Erie, Harborcreek and Millcreek, PA
If we were to ask you what the most prevalent disease is among children in the U.S., which would be your best answer? Asthma? Diabetes? Obesity? Well, the answer may surprise you.
According to the American Academy of Pediatric Dentistry (AAPD), the number one chronic illness among children in the U.S. is tooth decay or cavities. Many believe that tooth decay is a right of passage for children, something that is inevitable and unavoidable. However, this is certainly not the case. Tooth decay in any form has its repercussions on a child, many of which are unknown.
A startling 40% of children develop tooth decay by the time they are in kindergarten! If left untreated, we know that tooth decay can result in a visit to the emergency room, malnourishment, anemia, and even life-threatening secondary infections. Overall health issues that may be attributed to tooth decay include heart disease, diabetes, stroke, and pulmonary disease. But, the ramifications of this silent epidemic go beyond health implications. It may also affect a child’s social development including their self-esteem, or their overall quality of life.
That is not all. Children with tooth decay may end up dealing with a poor ability to eat, which may also affect their sleeping habits and ability to concentrate. In turn, this could make their academics suffer.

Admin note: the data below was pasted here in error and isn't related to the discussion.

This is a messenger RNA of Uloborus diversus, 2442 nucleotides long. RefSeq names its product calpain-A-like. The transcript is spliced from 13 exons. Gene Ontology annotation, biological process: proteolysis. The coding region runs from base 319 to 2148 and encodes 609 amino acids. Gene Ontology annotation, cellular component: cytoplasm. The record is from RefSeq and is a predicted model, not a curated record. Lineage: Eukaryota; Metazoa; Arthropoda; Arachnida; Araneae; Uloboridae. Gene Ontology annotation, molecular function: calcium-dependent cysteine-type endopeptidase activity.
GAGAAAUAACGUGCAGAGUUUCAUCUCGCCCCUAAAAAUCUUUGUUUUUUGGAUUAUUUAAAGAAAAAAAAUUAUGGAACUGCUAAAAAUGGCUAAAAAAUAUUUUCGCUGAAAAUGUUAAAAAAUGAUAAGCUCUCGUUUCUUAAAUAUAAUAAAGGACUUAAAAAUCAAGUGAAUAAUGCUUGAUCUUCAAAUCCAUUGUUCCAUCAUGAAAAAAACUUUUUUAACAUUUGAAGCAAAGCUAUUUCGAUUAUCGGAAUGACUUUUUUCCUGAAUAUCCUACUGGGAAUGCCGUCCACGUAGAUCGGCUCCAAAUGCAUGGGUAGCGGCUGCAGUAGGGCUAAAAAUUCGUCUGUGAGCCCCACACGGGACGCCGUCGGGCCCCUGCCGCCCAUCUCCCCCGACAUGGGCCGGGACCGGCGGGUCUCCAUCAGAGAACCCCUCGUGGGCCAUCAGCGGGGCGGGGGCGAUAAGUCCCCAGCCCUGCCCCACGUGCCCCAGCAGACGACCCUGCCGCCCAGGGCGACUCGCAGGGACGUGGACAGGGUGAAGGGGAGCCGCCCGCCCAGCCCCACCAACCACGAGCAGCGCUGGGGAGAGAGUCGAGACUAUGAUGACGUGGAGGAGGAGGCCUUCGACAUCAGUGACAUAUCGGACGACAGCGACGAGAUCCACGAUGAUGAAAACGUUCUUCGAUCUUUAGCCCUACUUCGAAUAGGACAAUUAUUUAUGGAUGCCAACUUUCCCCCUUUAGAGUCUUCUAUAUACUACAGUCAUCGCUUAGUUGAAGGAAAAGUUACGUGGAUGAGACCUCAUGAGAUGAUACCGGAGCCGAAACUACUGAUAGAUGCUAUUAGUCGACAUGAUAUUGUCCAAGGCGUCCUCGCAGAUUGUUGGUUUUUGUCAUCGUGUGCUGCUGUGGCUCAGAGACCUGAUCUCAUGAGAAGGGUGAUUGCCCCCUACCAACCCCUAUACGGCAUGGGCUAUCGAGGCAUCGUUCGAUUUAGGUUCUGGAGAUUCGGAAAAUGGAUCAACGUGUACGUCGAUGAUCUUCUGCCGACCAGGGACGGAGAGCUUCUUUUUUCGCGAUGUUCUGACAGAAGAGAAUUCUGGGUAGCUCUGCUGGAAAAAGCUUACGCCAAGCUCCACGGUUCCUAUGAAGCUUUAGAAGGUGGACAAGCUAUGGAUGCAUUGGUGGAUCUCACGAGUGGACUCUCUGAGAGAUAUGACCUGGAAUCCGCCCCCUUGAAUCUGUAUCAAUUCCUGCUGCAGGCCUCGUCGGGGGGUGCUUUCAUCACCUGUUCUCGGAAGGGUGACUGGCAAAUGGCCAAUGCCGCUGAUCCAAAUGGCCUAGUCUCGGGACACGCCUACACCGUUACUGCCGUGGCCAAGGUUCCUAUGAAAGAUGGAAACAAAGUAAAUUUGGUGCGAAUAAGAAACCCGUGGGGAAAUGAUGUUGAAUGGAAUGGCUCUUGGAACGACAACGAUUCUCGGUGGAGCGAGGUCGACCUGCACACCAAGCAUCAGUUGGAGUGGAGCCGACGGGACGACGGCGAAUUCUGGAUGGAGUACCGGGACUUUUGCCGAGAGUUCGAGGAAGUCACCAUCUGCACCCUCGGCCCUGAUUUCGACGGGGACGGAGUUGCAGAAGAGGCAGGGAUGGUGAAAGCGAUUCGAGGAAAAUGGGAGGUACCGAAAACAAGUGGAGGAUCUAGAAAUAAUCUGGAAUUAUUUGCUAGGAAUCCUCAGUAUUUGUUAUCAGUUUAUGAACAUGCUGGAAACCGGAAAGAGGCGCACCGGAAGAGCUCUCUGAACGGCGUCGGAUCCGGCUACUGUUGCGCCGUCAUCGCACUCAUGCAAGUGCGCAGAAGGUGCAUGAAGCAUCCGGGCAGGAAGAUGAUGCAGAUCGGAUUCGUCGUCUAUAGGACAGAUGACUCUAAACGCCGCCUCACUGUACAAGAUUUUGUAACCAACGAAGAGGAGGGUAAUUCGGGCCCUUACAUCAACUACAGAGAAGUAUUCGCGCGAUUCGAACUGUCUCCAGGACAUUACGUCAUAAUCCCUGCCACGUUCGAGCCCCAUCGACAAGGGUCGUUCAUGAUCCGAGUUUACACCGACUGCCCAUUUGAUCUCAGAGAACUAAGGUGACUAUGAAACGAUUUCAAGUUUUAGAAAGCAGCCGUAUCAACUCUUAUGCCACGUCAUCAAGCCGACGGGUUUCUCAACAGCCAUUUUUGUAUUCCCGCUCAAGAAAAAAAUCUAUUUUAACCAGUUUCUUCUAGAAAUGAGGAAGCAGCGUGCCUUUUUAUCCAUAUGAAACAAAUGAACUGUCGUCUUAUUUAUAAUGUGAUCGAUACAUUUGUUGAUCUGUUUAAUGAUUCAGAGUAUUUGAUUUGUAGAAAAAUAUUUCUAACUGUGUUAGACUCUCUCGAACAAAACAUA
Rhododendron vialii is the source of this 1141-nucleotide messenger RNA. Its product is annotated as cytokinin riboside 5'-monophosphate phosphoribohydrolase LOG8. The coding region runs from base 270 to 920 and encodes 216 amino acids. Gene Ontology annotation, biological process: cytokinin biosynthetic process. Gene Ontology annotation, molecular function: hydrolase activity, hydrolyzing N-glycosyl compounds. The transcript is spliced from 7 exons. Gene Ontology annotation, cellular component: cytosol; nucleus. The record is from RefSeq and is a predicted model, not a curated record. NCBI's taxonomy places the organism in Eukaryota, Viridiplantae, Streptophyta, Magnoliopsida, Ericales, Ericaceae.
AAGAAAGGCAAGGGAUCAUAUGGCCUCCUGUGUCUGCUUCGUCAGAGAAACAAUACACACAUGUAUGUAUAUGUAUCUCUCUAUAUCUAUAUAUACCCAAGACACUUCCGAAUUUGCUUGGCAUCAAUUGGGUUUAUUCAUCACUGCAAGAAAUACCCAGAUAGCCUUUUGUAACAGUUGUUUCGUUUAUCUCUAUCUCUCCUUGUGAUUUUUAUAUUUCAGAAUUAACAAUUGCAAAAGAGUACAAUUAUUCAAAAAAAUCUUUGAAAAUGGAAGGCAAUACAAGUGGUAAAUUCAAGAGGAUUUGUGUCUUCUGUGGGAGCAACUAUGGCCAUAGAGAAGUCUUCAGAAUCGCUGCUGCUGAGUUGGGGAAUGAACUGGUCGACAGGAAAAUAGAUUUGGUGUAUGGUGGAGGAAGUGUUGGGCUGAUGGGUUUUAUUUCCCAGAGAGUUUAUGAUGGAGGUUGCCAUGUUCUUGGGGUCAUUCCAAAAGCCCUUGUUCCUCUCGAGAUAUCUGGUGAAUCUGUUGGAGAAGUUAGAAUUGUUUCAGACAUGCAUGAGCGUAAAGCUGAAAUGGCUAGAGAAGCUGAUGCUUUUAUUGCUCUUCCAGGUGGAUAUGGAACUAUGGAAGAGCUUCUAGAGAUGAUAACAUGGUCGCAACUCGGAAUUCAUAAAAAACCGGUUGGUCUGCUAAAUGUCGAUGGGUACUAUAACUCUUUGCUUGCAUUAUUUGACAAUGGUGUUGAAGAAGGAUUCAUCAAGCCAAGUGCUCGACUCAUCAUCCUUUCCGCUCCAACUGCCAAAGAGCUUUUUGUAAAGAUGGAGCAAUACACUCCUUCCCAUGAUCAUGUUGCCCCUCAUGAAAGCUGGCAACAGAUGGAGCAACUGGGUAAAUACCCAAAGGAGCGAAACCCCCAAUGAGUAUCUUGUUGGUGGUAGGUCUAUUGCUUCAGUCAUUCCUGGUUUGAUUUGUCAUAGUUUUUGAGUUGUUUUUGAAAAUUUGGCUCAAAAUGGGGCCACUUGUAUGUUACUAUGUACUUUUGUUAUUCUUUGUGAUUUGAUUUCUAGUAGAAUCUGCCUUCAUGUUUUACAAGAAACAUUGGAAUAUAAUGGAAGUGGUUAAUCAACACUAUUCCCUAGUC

The good news is that tooth decay can be preventable with good oral hygiene and regular trips to the dentist for cleanings and exams. As a parent or caregiver, it is important to model good oral hygiene habits for your child, especially since children learn by example. Children as young as infancy need oral care. Here are some tips for you to help ensure your child maintains good oral health.
Infants need their gums gently wiped clean after every feeding by using a soft, moist cloth. A visit to the dentist should be in order once your child’s first tooth erupts or by his or her first birthday.
Toddlers need their teeth brushed twice a day using an age-approved toothpaste. Talk to your Erie family dentist for recommendations on additional preventive measures that can be taken. Also, avoid allowing your child to go to bed with a sippy cup or bottle, which otherwise could cause rampant tooth decay. It’s best to give your child water, instead of juice, throughout the day.
Children should brush their teeth twice a day, and begin flossing once their teeth form contacts. Be sure to supervise your child while he or she brushes because children typically do not develop the dexterity to brush properly until about the age of eight.
Regardless of age, everyone should see his or her family dentist in Erie for checkups at least twice per year. During these visits, we can thoroughly clean your child’s teeth and gums, and address any oral health concerns while they are small, instead of waiting until extensive decay develops that results in an emergency visit.
Family Dentistry in Erie
If you would like to learn more about oral care for your child, please contact Laser Dentistry of Erie by calling (814) 825-2615 to schedule a consultation. We welcome patients of all ages from Erie and the surrounding communities.